Discussion “Russia's 2018 election and what to expect from Putin 4.0”

On January 11th EESC held a discussion “Russia's 2018 election and what to expect from Putin 4.0”, featuring Mr Konstantin von Eggert, a Russian journalist and political commentator currently affiliated with Russian television station Dozhd and German Deutsche Welle, also a member of the Chatham House, Mr Brian Whitmore, a senior Russia analyst for Radio Free Europe/Radio Liberty and author of The Power Vertical Blog, The Power Vertical Podcast, the Daily Vertical, and the Morning Vertical, all of which focus on Russian affairs, and Dr Vilius Ivanauskas, Senior Policy Analyst at EESC, and author of the EESC book “Scenarios of Russia’s Development: the Implications for Lithuanian and Regional Security” (available here). Discussion was moderated by Ms Dovilė Šukytė, Acting Director of EESC. During the event, the upcoming presidential election in Russia, the main actors in Putin’s Russia and how the existing system could evolve during the next few years were discussed.

Almost no one doubts that Vladimir Putin will win this year’s presidential election. In a same way, many agree that it will be his last term in the office. Although it is too early to discuss what awaits Russia after Putin, it is widely agreed that a more unified and numerous non-systemic opposition is essential for fundamental changes to take place in Russia.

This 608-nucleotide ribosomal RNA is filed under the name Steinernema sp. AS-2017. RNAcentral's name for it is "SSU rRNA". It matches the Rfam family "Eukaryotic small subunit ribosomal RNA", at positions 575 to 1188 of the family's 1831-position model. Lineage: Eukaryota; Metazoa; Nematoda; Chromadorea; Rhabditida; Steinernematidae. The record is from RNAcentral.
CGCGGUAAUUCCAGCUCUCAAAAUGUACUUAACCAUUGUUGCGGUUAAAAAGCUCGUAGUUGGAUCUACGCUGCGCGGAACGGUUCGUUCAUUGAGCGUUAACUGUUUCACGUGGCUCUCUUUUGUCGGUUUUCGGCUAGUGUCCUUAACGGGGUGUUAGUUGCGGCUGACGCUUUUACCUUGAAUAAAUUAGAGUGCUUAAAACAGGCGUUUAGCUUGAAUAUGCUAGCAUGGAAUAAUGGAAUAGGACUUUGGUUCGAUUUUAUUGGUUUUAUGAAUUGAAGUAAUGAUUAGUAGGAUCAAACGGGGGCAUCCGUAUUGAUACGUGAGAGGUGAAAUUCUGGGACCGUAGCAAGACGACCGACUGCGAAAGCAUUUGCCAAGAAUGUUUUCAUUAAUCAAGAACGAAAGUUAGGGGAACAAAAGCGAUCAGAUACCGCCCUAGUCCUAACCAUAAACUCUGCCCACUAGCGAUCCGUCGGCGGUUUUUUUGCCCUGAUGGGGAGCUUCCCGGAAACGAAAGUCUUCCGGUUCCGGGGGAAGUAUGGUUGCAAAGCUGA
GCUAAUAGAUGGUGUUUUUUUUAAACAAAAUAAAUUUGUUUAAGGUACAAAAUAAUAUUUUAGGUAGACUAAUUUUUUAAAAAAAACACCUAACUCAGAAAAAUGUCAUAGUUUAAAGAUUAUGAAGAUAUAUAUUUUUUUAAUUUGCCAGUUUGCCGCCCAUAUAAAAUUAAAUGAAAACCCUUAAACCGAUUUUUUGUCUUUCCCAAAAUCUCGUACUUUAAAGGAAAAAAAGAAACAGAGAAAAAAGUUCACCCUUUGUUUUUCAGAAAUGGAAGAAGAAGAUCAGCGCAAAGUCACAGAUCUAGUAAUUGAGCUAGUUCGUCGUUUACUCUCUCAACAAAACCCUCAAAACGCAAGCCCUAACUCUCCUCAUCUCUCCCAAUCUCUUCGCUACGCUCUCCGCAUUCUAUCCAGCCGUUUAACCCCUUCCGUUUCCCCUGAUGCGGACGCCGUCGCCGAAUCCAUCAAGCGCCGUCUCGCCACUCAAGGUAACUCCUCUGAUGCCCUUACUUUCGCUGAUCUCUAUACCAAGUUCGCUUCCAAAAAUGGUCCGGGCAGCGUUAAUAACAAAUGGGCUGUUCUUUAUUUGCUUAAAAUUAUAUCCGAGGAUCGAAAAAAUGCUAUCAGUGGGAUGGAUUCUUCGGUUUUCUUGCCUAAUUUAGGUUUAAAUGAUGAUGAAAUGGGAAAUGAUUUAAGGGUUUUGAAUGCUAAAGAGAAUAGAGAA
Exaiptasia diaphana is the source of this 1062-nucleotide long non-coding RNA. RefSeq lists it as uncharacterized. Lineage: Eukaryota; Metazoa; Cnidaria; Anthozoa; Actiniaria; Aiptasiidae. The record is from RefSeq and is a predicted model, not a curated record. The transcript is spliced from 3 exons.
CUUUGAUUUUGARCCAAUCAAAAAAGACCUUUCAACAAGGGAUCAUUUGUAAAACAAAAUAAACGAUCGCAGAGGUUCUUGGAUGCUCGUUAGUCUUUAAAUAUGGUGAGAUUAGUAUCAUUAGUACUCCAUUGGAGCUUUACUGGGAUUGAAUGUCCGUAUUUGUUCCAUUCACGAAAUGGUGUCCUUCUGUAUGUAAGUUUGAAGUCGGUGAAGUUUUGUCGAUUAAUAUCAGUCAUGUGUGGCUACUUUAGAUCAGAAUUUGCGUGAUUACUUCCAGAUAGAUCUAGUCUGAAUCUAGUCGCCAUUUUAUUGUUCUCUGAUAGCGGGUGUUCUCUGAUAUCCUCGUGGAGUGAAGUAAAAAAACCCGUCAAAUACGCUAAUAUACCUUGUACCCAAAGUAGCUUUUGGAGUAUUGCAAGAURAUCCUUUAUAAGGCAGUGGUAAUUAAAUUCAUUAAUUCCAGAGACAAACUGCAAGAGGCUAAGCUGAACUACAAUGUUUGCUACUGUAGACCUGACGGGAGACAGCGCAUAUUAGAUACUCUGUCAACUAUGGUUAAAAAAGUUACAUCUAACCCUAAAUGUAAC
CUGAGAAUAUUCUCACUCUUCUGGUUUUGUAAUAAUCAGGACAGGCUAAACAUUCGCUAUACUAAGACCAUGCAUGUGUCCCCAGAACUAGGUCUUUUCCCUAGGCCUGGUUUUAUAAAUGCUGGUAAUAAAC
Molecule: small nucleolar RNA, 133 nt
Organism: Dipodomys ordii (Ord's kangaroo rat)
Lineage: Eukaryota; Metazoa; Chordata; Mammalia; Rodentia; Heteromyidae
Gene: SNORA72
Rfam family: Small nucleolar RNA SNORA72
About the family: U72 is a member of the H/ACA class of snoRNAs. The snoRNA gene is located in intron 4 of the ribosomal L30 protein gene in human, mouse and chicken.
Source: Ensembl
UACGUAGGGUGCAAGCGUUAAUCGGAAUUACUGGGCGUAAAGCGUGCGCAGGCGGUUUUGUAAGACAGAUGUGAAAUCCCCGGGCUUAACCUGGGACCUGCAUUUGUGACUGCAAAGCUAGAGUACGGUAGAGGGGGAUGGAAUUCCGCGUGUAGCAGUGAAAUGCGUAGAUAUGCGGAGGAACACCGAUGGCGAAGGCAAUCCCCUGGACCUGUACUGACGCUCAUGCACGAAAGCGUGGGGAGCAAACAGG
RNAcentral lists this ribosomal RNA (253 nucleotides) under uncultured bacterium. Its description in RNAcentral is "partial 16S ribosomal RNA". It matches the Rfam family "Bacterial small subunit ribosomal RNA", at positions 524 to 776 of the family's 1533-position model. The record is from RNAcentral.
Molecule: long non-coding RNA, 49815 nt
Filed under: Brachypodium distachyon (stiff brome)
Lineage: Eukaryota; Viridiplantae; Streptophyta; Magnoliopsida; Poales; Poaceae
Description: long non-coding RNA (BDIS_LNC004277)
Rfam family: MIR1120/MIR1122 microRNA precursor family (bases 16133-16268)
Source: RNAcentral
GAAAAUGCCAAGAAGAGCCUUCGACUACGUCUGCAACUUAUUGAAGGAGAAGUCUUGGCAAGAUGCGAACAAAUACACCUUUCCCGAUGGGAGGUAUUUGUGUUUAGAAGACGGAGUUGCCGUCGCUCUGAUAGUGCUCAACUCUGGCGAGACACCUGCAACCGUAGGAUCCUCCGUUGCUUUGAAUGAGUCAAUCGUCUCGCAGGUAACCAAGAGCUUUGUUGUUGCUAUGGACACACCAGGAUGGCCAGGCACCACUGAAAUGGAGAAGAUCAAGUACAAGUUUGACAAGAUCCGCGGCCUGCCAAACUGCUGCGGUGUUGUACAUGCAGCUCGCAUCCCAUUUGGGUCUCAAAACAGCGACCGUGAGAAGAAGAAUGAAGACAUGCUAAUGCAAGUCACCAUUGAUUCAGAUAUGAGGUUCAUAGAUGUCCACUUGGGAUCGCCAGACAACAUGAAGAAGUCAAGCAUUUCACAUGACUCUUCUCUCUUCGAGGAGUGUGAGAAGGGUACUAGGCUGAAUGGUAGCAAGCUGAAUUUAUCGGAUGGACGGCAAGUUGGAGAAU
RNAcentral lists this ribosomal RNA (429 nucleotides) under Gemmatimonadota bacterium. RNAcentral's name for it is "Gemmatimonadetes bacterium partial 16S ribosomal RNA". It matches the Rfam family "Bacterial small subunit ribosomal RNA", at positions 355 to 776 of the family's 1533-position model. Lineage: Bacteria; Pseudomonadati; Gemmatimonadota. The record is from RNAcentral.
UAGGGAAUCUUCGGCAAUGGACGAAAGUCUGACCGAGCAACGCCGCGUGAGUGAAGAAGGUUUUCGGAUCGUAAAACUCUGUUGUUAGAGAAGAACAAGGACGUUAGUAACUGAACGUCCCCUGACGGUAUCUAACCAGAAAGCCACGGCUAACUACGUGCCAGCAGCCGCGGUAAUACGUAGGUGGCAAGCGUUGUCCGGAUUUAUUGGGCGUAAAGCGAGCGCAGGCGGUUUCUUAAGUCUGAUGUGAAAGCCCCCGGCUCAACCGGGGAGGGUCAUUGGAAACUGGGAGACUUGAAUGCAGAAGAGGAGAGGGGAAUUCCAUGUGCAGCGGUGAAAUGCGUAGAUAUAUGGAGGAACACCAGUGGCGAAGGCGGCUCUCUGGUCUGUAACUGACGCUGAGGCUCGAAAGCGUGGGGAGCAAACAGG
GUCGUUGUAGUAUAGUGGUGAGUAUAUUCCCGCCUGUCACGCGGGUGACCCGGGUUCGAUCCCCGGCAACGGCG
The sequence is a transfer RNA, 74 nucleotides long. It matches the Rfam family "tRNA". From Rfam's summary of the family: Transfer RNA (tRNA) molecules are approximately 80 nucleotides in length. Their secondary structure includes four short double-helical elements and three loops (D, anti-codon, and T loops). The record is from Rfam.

It was noted that elections in Russia are only a tool for legitimization of the existing regime and sustaining its status quo. Therefore, elections should be seen not as cases of democratic remains in Russian political system, but as rituals of legitimization, especially for the youth, who seek changes. This young generation spent their entire life under Putin’s rule, so it is no wonder that opposition leader Alexey Navalny with his anti-corruption agenda and innovative ideas manages to mobilize masses of young people for protests across all Russia.

One of the conclusions was that notwithstanding competing clans and security forces around Putin, he remains the strongest actor within the system. Putin will have a strong voice when naming his successor, although he might lose influence after the transition, which will also result into an increased instability in Russia.